Malaysia should raise the retirement age of its workers before public spending to care for the ageing population balloons beyond control.
THE minimum wage has been set by the government and let us hope that the positive spin- offs from the policy such as better living standard, lower poverty, higher productivity and stronger domestic demand, will be felt sooner.
Now that debates on the impact of the minimum wage are dying out, the focus should be on the retirement age.
The Private Sector Retirement Age Bill, which seeks to increase the private sector retirement age from 55 years to 60, is expected to be tabled during the next Parliamentary session in June - that is, if the Parliament is not dissolved to make way for the general election.
Some people may not be that enthusiastic about the proposed law.
The younger workers are concerned over their career advancement prospects, should the senior staff retire five years later than currently. For those above 50, they may already have plans to utilise their pension savings - the Employees Provident Fund - upon retiring at 55.
However, one should look at the bigger picture. What would it mean to the country and society at large if the retirement age is increased to 60?
Malaysia is moving towards a high-income, advanced economy and the fact is that the developed nation status will be accompanied by expansion in ageing population and fewer young people due lower birth rates as more women join the labour force.
The life expectancy in Malaysia has increased from an average of 50 in the 1950s to 73 for men and 76 for women today. However, the country's private sector still adopts a retirement age of 55, while in the public sector, it has been raised to 60.
Statistics show about three quarters of EPF contributors have less than RM50,000 in their accounts when they retire. As they have about 20 to 25 years to live after their retirement, they will definitely fall into hardcore poverty category as they are left with an average of RM200 EPF monies a month.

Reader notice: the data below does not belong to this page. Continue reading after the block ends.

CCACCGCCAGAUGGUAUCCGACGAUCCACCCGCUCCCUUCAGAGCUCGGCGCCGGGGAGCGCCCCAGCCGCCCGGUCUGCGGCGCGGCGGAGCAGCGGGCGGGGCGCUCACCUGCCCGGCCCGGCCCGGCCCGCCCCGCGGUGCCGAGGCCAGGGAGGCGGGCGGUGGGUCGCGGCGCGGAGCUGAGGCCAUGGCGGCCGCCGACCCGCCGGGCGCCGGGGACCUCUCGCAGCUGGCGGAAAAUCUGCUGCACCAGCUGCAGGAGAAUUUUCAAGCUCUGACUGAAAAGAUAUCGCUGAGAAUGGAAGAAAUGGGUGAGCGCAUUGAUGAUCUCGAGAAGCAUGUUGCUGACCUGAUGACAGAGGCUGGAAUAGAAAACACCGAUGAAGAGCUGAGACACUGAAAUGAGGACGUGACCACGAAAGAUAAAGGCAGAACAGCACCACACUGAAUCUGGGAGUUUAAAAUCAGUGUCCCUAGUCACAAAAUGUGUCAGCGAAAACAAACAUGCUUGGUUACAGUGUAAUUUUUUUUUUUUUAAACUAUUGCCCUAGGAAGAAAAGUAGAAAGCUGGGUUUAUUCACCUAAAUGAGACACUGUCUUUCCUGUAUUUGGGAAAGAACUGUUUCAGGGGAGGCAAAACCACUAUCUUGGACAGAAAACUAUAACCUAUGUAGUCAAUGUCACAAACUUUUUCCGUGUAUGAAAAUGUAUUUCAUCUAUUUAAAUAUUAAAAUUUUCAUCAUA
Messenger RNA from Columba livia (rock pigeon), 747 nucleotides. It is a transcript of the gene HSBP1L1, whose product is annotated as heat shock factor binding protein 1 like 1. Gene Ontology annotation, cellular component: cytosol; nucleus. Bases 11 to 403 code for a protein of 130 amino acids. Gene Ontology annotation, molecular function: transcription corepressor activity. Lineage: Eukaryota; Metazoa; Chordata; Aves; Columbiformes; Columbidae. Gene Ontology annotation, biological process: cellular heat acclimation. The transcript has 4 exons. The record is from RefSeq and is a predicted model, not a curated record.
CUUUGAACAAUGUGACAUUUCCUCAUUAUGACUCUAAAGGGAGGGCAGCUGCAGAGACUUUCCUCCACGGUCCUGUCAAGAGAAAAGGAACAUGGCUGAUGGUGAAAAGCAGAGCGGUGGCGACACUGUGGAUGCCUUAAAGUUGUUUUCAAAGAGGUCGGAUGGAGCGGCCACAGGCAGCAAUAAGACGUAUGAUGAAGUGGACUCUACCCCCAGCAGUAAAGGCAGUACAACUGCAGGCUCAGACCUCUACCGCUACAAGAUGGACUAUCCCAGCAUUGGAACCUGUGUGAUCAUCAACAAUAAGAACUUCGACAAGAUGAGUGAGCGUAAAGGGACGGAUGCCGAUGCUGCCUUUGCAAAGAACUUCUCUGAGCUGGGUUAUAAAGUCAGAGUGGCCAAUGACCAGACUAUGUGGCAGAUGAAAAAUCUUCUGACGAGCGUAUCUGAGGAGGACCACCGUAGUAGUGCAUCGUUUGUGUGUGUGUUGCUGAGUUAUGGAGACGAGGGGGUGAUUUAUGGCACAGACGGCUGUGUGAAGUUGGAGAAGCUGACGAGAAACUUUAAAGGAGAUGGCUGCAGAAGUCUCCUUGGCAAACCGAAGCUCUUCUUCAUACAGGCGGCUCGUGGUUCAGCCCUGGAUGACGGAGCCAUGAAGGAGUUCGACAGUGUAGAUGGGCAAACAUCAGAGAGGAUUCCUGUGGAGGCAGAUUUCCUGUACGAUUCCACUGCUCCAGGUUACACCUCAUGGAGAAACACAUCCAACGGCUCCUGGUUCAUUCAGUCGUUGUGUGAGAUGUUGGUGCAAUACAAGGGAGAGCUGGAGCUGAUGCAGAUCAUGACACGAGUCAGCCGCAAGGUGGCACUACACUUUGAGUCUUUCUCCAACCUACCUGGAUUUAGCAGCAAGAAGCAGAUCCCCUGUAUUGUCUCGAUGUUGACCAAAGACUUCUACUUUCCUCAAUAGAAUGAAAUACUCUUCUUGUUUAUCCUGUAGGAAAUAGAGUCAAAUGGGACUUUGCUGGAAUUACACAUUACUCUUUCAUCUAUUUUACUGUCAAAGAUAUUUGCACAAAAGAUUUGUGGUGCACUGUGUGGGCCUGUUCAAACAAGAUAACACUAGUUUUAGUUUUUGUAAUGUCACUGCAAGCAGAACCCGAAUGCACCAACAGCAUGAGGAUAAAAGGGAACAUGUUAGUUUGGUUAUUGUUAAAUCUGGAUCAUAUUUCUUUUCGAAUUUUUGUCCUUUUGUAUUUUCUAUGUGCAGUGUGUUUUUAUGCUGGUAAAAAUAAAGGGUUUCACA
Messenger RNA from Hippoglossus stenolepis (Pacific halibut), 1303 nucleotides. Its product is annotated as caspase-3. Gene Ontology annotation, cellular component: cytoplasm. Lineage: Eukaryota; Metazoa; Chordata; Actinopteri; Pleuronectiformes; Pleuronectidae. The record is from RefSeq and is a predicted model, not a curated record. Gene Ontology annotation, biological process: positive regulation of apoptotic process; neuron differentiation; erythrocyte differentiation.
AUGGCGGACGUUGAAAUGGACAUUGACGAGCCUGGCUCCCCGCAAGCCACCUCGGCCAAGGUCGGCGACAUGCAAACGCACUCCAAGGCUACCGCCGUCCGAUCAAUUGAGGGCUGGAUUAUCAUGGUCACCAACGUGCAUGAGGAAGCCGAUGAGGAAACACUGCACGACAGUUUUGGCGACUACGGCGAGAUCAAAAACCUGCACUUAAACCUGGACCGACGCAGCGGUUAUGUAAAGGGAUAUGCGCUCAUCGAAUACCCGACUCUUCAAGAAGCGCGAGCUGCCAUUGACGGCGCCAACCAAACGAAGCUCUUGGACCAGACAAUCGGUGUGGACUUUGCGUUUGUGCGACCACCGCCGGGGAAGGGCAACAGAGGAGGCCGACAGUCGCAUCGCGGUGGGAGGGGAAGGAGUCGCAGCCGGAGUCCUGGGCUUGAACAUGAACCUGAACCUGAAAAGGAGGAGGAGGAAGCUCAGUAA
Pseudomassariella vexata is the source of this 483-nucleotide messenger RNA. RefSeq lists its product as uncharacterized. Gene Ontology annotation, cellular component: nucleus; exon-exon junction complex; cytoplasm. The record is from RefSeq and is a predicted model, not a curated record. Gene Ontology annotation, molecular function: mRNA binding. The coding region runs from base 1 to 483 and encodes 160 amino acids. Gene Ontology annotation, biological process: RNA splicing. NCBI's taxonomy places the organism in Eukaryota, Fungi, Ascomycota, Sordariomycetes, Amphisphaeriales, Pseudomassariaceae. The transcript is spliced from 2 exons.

It is estimated that by 2030, slightly less than a-third of Malaysia's population will be above 70 years old. There's no way these elderly can depend on their children to take care of them because by then, each household in the country is expected to have an average of two kids, or in some households, none.
This would mean that the government has to set aside a large sum of expenditure for the elderly such as housing and nursing care, while the money could instead be channeled towards achieving higher standards of living and sustainable development.
Should the retirement age be raised to 60, with an option of another four years, as provided in the proposed law, these problems can be addressed.
Besides still being productive and earning an income until the age of 60 to 64, the private sector employees will also retire with bigger EPF savings. The employers, meanwhile, will be relieved of worker shortage problems, especially experienced talents.
Malaysia should, therefore, raise the retirement age of its workers before public spending to care for the ageing population balloons beyond control.
Japan, with life expectancy rising to 79.4 for men and 86.4 for women in 2009, has seen exponential growth in social security expenditure to care for its ageing society.
The country has the highest percentage of ageing society (65 and above) in East Asia. At the same time, its total population is also shrinking due to low birth rates.
Economics Professor from Tokyo-based International Christian University, Dr Naohiro Yashiro said the small proportion of young population in Japan has led to low national savings due to declining workforce participation, which resulted in lower social security contributions.
Japan, against its current stagnant economy, is now facing a widening gap between social security expenditure (to care for the elderly) and social security contributions.
"Japan's fiscal expenditure is high. Half of it is met by taxes and another half by debt issuance," Yashiro said in a meeting with visiting Asean journalists in Tokyo recently.
He also said Japan's current public pension fund is insufficient to meet the needs of future generations.
"My advice to Asian countries is to increase the retirement age now," he stressed.
Currently, Malaysia is the only country in South-East Asia to have a retirement age of below 60. The retirement age for workers in Indonesia and Thailand is 60, while in Singapore it is 62.